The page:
Table 4: Pain score in Lignicaine Jelly 2%

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Pain scores between two groups

Pain score between the two groups was evaluated using Mann–Whitney U-test which showed the nonsignificant result [Table 5].
Table 5: Pain score between the two groups was evaluated by Mann-Whitney U test

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Requirement time of 1st dose of analgesic

The mean of the 1st analgesic dose requirement time (in hours) of all patients in Group 1 and Group 2 were recorded and statistically compared. Statistical comparison on requirement of the first dose analgesic time between the groups is nonsignificant [Graph 3] and [Table 6].
Table 6: Statistical comparison on requirement of the first dose analgesic time between the groups

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Effect on verbal descriptor scale

This table shows a statistical comparison of difference in mean verbal descriptor scale (VDS) Scale between the groups by applying Pain scores between two study groups (Karpura Ghrita and Lignocane jelly 2%). In this study, Mean VDS score of Karpura Ghrita group is 2.667 ± 0.3187, whereas in lignocaine jelly 2% group is 2.533 ± 0.4125. It shows statistically nonsignificant P value so Karpura Ghrita having similar analgesics property as compared to lignocaine 2% jelly [Table 7].
Table 7: Statistical comparison of difference in mean VDS Scale between the groups by applying Pain scores between two study groups (Karpuraghrita and Lignocane jelly 2%)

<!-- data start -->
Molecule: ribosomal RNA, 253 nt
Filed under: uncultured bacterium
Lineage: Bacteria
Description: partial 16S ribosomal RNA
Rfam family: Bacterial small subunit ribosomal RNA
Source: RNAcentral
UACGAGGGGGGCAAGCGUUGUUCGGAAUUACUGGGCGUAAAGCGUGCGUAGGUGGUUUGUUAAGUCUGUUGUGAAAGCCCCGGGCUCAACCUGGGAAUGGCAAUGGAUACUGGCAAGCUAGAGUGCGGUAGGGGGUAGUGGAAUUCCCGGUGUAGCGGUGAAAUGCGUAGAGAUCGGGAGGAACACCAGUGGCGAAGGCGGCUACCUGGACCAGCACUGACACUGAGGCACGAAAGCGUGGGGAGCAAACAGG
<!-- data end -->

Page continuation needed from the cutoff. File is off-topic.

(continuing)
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  Discussion Top


Pain is an important and most commonly encountered undesirable effect in any surgical procedure. Postoperative pain is an anticipated and often feared consequence in patients undergoing surgery. It is an impending warning signal about the existence of a problem or threat which needs to be addressed and solved to prevent further damage.[8]

The effective treatment of postoperative pain will result in real benefits to the patients and surgical units. Uncontrolled pain may cause restlessness and thereby delaying in wound healing.

The use of Karpura-Ghrita is mentioned in classics after shastrakriya for Pain (Vedana) management. According to Chakradutta, the paste prepared of Ghrita mixed with the karpura (camphor) in equal quantity, is vranavedanashamak in Sadhoyavarna.

Analgesic action of the drug

Lignocaine jelly 2% - lignocaine stabilizes the neuronal membrane by inhibiting the ionic fluxes required for the initiation and conduction of impulses, thereby effecting local anaesthetic action.[8]

Karpura Ghrita - The camphor-induced desensitization of TRPV1 and block of TRPA1 may underlie the analgesic effects of camphor. Camphor is known to klnpotentiate heat sensation which can be explained by activation of heat sensitive transient receptor potential channel. TRPV1, TRPV3.[9]

Probable mode of action (Karpura Ghrita)

In shatraabhightajanyavrana there is prakopa of vatadosha and raktadhatudushti. Madhura rasa helps in alleviates vatadosha and madhura, tikta rasa, sheetaveerya of Karpura helps in rectifying raktadushti.[10]